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The Female Quotient


Empowering women: Bridging the financial gender gap

21 September 2023 in The Female Quotient

Why accessibility is essential if women are to attain financial security, and what it will take to develop a pathway to a brighter and more prosperous future for all. ...

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Why accessibility is essential if women are to attain financial security, and what it will take to create a brighter and more prosperous future for all. The first of a new series, in partnership with The Female Quotient 

In today’s changing economy, women are fast becoming a driving force. They shape spending and economic trends, but they also face challenges in securing their financial futures. For decades, the systematic challenges faced by women have hindered their economic participation. They often undervalue themselves, hesitate to demand equal pay, and lack access to financial education. 

Women are at the heart of transforming global economy and they hold influence as the highest spending consumers for their households. A recent McKinsey & Company report, The Power of Parity, has projected that advancing women’s equality could add up to $12tn (about $37,000 per person in the US) to the world economy by 2025.  

Yet only 30% of women worldwide are considered financially literate. This statistic highlights the uphill battle women face in securing their financial well-being. Research from the Global Financial Literacy Excellence Center (GFLEC) confirms this, showing that women consistently lag behind men in both financial knowledge and confidence.  

Economic independence is the cornerstone of a brighter future for individuals with disabilities.
- Meera Shenoy, Founder and CEO of Youth4Jobs

What are the barriers to women’s economic empowerment, and how can they be overcome?  

Smita Suchde Gruetter, Founder of HEMLATA, provides valuable insights into the obstacles that hinder women’s economic progress in India and the innovative strategies employed to overcome the barriers.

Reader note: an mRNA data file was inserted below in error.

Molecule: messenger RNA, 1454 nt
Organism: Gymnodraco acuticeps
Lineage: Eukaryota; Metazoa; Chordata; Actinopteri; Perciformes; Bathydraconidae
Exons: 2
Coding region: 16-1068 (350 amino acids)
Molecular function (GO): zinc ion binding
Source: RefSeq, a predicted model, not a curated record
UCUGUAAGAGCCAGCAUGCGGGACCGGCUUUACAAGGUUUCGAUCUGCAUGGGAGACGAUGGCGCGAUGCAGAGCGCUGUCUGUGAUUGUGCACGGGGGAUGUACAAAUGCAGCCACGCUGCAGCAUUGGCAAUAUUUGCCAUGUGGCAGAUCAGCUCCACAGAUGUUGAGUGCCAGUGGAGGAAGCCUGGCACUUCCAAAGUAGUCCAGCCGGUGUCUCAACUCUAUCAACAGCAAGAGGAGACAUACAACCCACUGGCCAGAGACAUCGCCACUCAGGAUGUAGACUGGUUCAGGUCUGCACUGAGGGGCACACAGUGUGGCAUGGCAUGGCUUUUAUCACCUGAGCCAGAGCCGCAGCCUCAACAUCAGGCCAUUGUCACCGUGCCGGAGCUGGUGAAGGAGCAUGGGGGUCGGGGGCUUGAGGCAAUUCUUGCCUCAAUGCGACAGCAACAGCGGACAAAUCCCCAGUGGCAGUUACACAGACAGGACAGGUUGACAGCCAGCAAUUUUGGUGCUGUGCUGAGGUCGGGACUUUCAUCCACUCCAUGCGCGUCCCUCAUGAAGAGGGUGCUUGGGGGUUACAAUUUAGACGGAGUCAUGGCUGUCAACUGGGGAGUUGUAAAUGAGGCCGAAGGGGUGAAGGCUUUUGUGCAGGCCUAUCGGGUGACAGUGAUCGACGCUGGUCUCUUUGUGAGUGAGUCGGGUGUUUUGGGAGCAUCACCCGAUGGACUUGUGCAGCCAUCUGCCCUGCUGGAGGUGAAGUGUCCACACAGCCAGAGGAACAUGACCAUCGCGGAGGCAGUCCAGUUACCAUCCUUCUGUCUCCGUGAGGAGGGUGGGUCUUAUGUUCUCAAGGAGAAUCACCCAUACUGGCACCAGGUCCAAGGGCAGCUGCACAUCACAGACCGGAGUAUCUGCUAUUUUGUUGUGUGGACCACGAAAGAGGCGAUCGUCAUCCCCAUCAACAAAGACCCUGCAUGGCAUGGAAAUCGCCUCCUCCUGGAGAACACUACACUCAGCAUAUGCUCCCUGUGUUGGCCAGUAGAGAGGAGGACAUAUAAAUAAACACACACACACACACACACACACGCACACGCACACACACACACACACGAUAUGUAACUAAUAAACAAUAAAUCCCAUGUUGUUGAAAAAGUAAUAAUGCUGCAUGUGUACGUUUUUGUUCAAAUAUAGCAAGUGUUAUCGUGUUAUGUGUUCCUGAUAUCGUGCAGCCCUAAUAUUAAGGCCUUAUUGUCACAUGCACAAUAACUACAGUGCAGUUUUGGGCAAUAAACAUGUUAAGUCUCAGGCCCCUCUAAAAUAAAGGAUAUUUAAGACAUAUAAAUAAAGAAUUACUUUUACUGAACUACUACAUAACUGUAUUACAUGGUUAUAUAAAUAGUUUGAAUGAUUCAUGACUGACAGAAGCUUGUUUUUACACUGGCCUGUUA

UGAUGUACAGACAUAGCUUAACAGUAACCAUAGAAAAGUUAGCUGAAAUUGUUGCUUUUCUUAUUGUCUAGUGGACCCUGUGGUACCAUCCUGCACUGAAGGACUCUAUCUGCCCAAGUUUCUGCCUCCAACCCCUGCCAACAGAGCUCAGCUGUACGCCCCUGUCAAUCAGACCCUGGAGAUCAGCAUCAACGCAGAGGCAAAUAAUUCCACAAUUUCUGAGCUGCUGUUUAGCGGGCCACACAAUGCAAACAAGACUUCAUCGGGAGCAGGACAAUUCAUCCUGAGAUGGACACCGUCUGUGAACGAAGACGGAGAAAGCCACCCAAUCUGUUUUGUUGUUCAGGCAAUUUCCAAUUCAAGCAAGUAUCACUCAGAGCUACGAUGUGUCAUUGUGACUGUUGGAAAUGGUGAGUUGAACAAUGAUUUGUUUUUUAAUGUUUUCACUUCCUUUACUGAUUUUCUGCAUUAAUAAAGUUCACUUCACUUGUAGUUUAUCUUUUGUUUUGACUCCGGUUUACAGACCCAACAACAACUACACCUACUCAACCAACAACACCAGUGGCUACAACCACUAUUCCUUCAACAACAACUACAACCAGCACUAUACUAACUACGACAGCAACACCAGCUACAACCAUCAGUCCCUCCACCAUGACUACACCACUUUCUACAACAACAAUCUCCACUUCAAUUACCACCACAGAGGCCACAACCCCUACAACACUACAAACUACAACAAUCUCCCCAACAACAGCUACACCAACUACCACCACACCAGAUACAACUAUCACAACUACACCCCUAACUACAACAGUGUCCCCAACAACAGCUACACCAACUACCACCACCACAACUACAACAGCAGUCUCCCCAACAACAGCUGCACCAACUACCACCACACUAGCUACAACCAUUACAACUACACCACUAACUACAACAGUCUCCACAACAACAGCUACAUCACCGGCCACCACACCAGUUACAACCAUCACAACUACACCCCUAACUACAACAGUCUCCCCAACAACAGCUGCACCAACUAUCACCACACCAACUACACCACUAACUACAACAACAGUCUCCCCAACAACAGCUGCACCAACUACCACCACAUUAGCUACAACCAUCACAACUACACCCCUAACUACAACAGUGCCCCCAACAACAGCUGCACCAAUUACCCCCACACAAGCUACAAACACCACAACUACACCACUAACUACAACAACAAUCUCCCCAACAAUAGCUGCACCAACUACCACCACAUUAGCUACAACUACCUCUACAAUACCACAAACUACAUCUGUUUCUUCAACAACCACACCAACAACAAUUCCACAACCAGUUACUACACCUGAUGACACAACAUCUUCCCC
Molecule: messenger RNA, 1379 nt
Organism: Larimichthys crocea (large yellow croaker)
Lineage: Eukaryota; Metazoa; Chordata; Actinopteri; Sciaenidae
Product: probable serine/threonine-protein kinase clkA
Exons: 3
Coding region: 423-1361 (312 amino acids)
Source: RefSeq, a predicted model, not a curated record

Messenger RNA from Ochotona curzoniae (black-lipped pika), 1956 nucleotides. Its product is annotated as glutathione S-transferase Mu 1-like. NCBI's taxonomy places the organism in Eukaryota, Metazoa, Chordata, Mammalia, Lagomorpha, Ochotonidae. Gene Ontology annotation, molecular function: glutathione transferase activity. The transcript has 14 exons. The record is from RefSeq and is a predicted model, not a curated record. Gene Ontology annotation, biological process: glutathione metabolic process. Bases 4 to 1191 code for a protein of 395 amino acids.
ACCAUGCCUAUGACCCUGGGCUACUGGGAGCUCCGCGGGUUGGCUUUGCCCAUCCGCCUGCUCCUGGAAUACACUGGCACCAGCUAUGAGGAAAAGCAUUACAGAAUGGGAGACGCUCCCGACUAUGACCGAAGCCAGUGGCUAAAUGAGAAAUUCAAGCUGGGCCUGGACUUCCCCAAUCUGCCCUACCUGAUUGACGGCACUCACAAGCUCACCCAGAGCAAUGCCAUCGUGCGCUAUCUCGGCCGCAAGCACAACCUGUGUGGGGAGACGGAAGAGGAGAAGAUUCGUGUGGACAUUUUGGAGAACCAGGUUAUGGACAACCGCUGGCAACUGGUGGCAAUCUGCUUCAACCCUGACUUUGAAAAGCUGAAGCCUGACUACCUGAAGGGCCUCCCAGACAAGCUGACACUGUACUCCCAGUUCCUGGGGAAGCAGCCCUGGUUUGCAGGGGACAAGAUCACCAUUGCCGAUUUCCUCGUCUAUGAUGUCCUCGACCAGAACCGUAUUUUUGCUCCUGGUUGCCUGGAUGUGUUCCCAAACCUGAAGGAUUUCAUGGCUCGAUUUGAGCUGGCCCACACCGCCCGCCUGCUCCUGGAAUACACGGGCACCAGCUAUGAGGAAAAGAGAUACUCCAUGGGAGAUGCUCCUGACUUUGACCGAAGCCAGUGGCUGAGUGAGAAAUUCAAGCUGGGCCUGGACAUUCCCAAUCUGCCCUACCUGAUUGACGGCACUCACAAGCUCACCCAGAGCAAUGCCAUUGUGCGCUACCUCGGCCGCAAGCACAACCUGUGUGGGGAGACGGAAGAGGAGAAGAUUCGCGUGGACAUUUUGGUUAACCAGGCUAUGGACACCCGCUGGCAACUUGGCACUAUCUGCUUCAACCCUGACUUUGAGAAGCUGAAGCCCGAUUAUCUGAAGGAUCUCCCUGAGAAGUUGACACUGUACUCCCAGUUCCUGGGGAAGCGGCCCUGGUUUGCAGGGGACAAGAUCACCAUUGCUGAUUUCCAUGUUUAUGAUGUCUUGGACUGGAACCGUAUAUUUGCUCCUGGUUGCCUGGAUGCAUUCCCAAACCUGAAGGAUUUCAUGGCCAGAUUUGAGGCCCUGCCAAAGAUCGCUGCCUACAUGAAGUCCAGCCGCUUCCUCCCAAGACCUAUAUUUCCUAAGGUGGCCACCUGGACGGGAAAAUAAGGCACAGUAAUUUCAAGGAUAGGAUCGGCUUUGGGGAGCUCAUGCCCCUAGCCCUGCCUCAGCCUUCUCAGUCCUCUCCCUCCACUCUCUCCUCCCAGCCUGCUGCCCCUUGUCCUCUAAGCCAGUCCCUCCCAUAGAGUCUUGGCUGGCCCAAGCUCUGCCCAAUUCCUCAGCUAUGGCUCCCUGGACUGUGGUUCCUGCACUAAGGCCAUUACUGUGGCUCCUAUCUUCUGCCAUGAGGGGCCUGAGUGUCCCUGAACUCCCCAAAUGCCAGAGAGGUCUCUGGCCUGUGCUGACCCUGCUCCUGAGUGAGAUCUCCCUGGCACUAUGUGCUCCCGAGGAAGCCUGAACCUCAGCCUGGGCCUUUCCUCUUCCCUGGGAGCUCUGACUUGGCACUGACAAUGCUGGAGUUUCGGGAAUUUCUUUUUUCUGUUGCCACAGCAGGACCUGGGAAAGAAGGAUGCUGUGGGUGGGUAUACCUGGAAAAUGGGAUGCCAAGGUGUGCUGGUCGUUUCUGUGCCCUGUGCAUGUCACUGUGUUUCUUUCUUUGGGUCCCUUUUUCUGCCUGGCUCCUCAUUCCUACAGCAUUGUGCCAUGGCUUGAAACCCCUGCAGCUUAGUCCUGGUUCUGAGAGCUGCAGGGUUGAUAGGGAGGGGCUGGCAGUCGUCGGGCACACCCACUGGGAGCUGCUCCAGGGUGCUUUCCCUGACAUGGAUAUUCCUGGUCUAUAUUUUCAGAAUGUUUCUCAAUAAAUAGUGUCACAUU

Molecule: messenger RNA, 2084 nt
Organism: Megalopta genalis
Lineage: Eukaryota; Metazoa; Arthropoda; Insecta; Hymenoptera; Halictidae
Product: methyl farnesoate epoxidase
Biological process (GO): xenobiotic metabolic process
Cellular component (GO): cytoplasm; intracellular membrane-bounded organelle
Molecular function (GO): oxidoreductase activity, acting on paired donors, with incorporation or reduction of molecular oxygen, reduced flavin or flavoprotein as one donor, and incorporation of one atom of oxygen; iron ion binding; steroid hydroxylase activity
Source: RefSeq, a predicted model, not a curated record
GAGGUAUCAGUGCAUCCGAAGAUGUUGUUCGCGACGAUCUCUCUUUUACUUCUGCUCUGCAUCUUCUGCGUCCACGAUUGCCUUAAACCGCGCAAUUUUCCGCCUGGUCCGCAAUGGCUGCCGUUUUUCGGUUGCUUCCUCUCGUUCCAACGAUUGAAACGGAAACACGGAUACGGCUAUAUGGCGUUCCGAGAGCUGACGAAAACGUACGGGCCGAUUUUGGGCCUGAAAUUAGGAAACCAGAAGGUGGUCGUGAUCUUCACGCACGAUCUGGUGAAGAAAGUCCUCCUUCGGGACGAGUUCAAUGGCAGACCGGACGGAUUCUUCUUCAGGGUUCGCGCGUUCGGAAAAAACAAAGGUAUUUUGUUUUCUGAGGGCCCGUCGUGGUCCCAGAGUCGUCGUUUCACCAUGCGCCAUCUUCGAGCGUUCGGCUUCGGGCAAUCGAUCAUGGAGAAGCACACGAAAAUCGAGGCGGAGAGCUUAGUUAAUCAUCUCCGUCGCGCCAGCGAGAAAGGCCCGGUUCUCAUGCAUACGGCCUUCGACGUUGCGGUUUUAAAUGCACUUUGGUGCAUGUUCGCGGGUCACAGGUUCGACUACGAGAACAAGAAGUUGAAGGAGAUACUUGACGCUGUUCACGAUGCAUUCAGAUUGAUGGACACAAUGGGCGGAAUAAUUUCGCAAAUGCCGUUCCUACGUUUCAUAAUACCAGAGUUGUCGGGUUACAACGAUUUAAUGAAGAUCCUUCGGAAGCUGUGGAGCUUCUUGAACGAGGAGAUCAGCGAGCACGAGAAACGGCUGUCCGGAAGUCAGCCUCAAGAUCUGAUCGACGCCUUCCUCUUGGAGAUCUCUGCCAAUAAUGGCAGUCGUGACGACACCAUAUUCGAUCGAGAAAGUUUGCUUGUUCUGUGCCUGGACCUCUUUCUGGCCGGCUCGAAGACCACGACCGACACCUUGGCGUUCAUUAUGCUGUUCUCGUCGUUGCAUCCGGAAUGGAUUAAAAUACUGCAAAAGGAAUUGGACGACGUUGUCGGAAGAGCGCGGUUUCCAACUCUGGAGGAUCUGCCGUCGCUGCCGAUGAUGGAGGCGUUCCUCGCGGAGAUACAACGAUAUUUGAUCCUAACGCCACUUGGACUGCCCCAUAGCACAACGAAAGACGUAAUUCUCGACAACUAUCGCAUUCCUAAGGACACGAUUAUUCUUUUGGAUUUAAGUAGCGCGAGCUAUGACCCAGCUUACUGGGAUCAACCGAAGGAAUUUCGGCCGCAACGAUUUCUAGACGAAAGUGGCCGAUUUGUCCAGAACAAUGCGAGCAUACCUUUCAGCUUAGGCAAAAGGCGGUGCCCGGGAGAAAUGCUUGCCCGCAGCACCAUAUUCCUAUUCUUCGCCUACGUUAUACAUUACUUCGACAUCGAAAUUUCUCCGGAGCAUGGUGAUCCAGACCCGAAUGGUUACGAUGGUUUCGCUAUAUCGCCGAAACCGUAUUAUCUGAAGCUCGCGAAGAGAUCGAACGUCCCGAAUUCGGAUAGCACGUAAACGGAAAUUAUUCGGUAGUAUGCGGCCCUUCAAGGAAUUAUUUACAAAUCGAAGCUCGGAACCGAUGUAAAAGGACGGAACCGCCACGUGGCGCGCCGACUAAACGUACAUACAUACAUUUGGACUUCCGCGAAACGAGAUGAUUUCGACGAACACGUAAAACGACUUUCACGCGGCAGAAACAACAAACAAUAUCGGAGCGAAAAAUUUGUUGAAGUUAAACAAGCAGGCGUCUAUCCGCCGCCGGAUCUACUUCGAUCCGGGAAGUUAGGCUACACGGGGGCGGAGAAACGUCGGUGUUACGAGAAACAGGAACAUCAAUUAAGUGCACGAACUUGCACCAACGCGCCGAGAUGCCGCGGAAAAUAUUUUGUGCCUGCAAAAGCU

Stories of transformation through employment 

Meera Shenoy, Founder and CEO of Youth4Jobs, works to empower rural women, training them in tailoring and hand embroidery and providing them with employment. She notes, “Economic independence is the cornerstone of a brighter future for individuals.”   

HEMLATA is committed to offering scholarships and educational support to young women, enabling them to pursue higher education and break free from the constraints of limited opportunities

Empowering women through education 

In the quest for women’s empowerment, education stands as a powerful catalyst. Niti Jain, Co-Founder of Qween Network LLP, passionately advocates for the transformative role of education in empowering women to take control of their financial futures. She illustrates this point with a poignant anecdote about a friend who was thrust into the challenging role of single mother navigating a complex financial world alone. Women are often excluded from financial discussions in families, she says, and must rely on male relatives to handle financial matters. 

Jain suggests including financial education in schools, emphasizing that girls should be taught about saving, investments, and financial planning from an early age. Such a step, she believes, would be instrumental in equipping the next generation of women with the knowledge and skills needed to navigate the intricacies of personal finance confidently.  

Jain also stresses the importance of corporate social responsibility (CSR) activities, encouraging companies to invest in financial literacy and education programs tailored for women. Incorporating insights from the United Nations Educational, Scientific and Cultural Organization (UNESCO), she highlights the importance of life skills development for women’s financial empowerment.